[G450 AFM, Appendix C, Page C-1] The BTMS peak temperature will occur within approximately 5 minutes after brake application. The brakes synoptic page will provide displays of the brake temperatures for each brake, the highest peak temperature, which wheels recorded the highest brake temperature, and the time of occurrence of the highest peak temperature. The peak BTMS temperature is the highest brake temperature recorded since the last landing, and is the only temperature that can be used as a measure of the expended or residual BKE. A Brake Overheat CAS message will illuminate at 625° C and indicates the possibility of fuseplug release. The BTMS displays will appear in an amber color when the peak temperature is equal to or greater than 625°C.

Your BTMS should record the peak temperature experienced by your brakes following landing or a rejected takeoff. Contrary to the AFM statement, it is my experience that the brake temperature keeps increasing for 30 minutes after brake application.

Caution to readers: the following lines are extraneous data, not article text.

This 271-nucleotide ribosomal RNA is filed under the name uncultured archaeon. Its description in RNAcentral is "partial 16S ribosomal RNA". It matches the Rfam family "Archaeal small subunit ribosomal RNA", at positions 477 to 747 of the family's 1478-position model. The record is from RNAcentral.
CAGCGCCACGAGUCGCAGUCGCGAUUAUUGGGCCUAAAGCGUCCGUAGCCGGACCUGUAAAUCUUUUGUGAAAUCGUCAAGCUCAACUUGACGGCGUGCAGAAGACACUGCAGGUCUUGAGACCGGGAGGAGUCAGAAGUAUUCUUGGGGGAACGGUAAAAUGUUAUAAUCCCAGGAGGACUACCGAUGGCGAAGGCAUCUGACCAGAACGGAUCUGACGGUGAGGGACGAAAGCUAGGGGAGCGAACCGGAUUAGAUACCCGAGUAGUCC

You will not get a CAS message or an FMS scratchpad message if the BTMS thinks your next takeoff will place you in the caution or danger zones, it will simply refuse to let you initialize your takeoff data.

For less than those marginal conditions, the BTMS can be relied upon to keep you out of trouble, if it got a good reading on the last brake application. If that happened, your life will be a lot easier in the steps that follow. But it doesn't always happen and you should get into the practice of noting the speed at which you applied the brakes on every landing and whenever you reject a takeoff. More about that follows.

Normal (Low Stress) Operations

When you start your day your brakes should be at ambient temperature, almost never above 50°C. You will rarely see over 300°C after landing. Since the caution zone on the brake energy chart begins at around 620°C, you should get the idea that brake energy is something you will rarely have to worry about. There is a slight complication to that: